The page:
Do you need to comply with Europe’s General Data Protection Regulation?

//Do you need to comply with Europe’s General Data Protection Regulation?

On 25 May 2018 the new European Union General Protection Regulation (the GDPR) came into force.  The GDPR regulates the handling of personal data by “controllers” and “processors”, irrespective of whether the controller or processor was established in the EU.

Australian businesses, individuals, public authorities, agencies or other bodies may be bound by the GDPR and will be required to comply with these new data protection requirements as well as Australian privacy laws.

Does the GDPR apply to you?

The GDPR applies to the processing of personal data activities of “controllers” or “processors” with an establishment in the EU.[1] Generally, a “controller” determines the purposes and means of the processing of personal data and a “processor” processes personal data on behalf of the controller.[2]

The GDPR also applies to the processing of personal data activities of controllers or processors not established in the EU, where the processing activities are related to:

  1. the offering of good or services to individuals who are in the EU, irrespective of whether a payment is required; or
  1. the monitoring of the behaviour of individuals in the EU.[3]

Therefore, an Australia business may be covered by the GDPR including in circumstances where the business has an office in the EU, the website enables an individual to order good and services in a European language (other than English) or enables payment in currency (such as euros).[4]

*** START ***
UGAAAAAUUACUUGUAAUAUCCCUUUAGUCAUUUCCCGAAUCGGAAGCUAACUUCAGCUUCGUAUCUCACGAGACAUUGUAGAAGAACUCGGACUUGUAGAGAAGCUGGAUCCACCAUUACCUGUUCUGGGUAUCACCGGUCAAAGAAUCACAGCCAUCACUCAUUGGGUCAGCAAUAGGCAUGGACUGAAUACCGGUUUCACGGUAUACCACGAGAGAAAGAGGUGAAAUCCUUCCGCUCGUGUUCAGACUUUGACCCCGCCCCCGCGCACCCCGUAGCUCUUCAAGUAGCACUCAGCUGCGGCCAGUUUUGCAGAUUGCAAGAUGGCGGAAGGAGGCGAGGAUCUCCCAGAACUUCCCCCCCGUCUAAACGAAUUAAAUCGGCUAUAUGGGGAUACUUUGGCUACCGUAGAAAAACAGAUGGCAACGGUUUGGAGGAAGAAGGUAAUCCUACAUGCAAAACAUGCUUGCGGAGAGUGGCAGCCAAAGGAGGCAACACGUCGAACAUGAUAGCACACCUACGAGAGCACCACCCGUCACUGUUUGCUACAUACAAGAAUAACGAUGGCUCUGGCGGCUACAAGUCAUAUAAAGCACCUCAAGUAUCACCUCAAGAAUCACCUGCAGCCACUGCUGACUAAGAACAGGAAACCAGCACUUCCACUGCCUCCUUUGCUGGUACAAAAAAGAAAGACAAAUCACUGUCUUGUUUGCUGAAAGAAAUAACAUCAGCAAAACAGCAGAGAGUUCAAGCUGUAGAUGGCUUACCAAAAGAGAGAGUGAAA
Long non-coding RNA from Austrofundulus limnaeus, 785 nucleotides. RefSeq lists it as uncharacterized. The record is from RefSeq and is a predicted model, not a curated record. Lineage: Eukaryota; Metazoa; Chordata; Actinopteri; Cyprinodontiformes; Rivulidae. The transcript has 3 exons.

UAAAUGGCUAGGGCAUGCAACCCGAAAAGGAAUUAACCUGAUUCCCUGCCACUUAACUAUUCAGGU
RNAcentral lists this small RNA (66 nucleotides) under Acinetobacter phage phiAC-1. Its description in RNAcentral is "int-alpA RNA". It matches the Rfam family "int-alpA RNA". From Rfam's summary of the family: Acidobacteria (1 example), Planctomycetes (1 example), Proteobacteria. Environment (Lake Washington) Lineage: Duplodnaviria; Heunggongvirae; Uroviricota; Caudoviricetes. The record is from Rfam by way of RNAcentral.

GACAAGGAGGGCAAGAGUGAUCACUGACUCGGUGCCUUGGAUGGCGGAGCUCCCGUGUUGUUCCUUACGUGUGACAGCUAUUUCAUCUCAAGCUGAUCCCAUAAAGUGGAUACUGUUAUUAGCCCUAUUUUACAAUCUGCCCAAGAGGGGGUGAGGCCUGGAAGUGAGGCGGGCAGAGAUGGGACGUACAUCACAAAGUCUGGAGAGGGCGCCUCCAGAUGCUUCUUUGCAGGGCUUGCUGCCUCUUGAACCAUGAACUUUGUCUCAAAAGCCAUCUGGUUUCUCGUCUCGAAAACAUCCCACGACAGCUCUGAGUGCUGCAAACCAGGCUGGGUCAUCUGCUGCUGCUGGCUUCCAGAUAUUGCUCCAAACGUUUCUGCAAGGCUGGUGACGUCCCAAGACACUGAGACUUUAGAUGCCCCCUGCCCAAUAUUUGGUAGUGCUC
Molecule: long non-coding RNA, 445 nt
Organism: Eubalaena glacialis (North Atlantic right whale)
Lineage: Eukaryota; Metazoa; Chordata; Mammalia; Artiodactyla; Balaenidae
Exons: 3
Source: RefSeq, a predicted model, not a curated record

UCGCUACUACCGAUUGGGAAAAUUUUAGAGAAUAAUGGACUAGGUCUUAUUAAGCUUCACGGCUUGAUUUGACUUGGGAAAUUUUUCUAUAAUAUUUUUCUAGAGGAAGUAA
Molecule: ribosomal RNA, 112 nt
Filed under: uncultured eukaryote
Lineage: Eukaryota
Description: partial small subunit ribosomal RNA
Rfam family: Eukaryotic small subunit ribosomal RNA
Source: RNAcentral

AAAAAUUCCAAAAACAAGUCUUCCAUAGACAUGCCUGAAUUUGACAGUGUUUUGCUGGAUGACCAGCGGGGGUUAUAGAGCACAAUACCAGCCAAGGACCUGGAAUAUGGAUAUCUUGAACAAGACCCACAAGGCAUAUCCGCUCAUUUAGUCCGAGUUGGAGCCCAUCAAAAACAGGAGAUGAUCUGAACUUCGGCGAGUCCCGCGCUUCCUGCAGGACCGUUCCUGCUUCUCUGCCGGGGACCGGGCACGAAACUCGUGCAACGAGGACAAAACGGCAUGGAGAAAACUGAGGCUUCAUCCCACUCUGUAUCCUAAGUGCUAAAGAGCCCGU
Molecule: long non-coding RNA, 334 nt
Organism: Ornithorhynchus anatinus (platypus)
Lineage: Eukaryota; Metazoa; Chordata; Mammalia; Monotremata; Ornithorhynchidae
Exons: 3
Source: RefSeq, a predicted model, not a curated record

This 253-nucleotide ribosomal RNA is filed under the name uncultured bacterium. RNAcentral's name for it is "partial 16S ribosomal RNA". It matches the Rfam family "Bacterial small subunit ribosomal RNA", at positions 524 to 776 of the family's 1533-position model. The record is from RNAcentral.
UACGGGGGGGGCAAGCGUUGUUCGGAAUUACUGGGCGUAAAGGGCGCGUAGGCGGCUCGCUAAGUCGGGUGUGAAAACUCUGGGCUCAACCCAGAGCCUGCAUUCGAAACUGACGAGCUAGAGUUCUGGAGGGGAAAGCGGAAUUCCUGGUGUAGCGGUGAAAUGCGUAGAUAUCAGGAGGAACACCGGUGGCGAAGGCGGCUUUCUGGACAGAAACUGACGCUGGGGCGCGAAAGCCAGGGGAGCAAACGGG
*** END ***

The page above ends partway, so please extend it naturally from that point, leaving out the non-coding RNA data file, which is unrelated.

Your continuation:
Personal data and the GDPR

The GDPR defines ‘personal data’ as:  “any information relating to an identified or identifiable natural person”.

Anidentifiable natural personis “one who can be identified, directly or indirectly, in particular by reference to an identifier such as a name, an identification number, location data, an online identifier or to one or more factors specific to the physical, physiological, genetic, mental, economic, cultural or social identity of that natural person.”[5]

In comparison, the definition of ‘personal data’ is similar to the definition of ‘personal information’ in Australia’s Privacy Act 1988 (Cth), which is defined as ‘information or an opinion about an identified individual, or an individual who is reasonably identifiable’.[6]

Obligations and requirements of the GDPR

The GDPR imposes numerous obligations and requirements on data controllers and processors. Some of these include:

  1. Consent: where the processing of personal data is based on consent, the controller must be able to show that the individual has consented to the processing of his or her personal data.[7] Where a controller uses a pre-formulated request for consent it must be presented in a manner which is ‘clearly distinguishable from other matters, in an intelligible and easily accessible form, using clear and plain language’.[8] Furthermore, an individual has a right to withdraw consent at any time.[9]
  1. Accountability: a controller is responsible for, and must be able to demonstrate compliance with the principles relating to processing of personal data in Article 7, including for example, that personal data is “collected for specified, explicit and legitimate purposes and not further processed in a manner that is not incompatible with those purposes”.[10]
  1. Right to erasure (‘right to be forgotten’): an individual has the right to obtain from the controller the erasure of personal data concerning him or her without undue delay.[11] The controller has the obligation to erase personal data where a ground in Article 17 of the GDPR applies.